Who is the Colorado Criminal Justice Reform Coalition?

Our mission is to reverse the trend of mass incarceration in Colorado. We are a coalition of nearly 7,000 individual members and over 100 faith and community organizations who have united to stop perpetual prison expansion in Colorado through policy and sentence reform.

Our chief areas of interest include drug policy reform, women in prison, racial injustice, the impact of incarceration on children and families, the problems associated with re-entry and stopping the practice of using private prisons in our state.

If you would like to be involved please go to our website and become a member.

Saturday, November 26, 2011

University of Denver clinic has students acting as attorneys for prisoners

The Denver Post

The first time Keenan Jones, an aspiring attorney, met with a client, it involved a bit of travel.
Down 110 miles of Interstate 25, past tall gates fringed in razor wire, through a rigorous security screening and into a concrete room, where, behind a glass partition, sat a man just about no attorney in the country wanted to represent.
His name is Mohammed Saleh. He was convicted in connection with the 1993 World Trade Center bombing and locked up in the federal Supermax prison because the government considered him so dangerous. He had filed a lawsuit challenging the conditions of his incarceration.
And Jones, then a 22-year-old second-year law student at the University of Denver, was, for all intents and purposes, his lawyer.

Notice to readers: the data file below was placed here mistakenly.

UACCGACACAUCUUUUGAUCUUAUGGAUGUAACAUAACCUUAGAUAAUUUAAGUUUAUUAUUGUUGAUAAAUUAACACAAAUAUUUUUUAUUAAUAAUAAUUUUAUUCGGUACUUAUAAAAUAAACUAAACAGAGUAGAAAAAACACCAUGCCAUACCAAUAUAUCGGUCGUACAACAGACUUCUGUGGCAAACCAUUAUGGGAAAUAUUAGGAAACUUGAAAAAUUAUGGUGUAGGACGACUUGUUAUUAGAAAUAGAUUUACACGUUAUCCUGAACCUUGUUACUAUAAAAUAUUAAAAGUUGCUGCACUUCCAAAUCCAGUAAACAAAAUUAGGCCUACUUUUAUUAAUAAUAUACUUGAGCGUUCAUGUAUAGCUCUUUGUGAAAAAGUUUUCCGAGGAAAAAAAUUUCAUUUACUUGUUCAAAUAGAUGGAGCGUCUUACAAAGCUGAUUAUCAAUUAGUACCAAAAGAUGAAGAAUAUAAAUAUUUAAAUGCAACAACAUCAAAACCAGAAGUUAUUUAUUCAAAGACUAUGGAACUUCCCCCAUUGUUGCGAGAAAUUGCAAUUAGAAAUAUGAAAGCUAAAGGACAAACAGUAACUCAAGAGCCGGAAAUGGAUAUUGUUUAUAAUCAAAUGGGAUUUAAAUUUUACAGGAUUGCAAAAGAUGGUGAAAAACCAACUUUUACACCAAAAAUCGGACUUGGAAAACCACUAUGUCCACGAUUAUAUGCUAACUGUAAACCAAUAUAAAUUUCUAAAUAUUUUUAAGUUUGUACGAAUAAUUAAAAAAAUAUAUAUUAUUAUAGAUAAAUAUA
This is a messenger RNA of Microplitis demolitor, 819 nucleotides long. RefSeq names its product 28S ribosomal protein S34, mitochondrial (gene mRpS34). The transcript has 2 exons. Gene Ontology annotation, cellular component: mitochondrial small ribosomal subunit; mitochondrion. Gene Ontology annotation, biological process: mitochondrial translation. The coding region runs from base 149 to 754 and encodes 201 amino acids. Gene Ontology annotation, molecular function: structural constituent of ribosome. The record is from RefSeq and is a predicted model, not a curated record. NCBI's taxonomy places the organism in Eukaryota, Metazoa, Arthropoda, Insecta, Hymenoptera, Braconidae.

"The Constitution has to be something that protects us in our hardest times, not just when things are great," said Jones, now in his last year at the law school. "I like the idea of being involved and making sure the Constitution is protecting even the most hated and the most despised."
Jones had another reason, though, for taking the case. As part of a group of students working with DU's Civil Rights Clinic, he was gaining the kind of real-world legal experience that can't be found inside a lecture hall. Students at the clinic, with supervision from law professors, basically act as real attorneys. They research cases, conduct depositions, file motions and argue before judges.
The clinic is one of several hands-on legal programs at DU. While the approach has been in place at the school for decades, the Civil Rights Clinic got its start in 2004, when professor Laura Rovner joined the DU faculty.
Rovner said that in learning about Colorado courts, she came to believe there was a need for prisoner-rights attorneys. But because so few lawyers generally take such cases, the field was ripe for a student clinical program.

1 comment:

kawsar9999 said...

Drugs are just products,so this is just part of economy.There should be legalisation of all drugs.Everyone should have right to eat and drink whatever he wants.
The persons who take drugs-they should have right to take drugs.If they die-nobody should give a fuck about them
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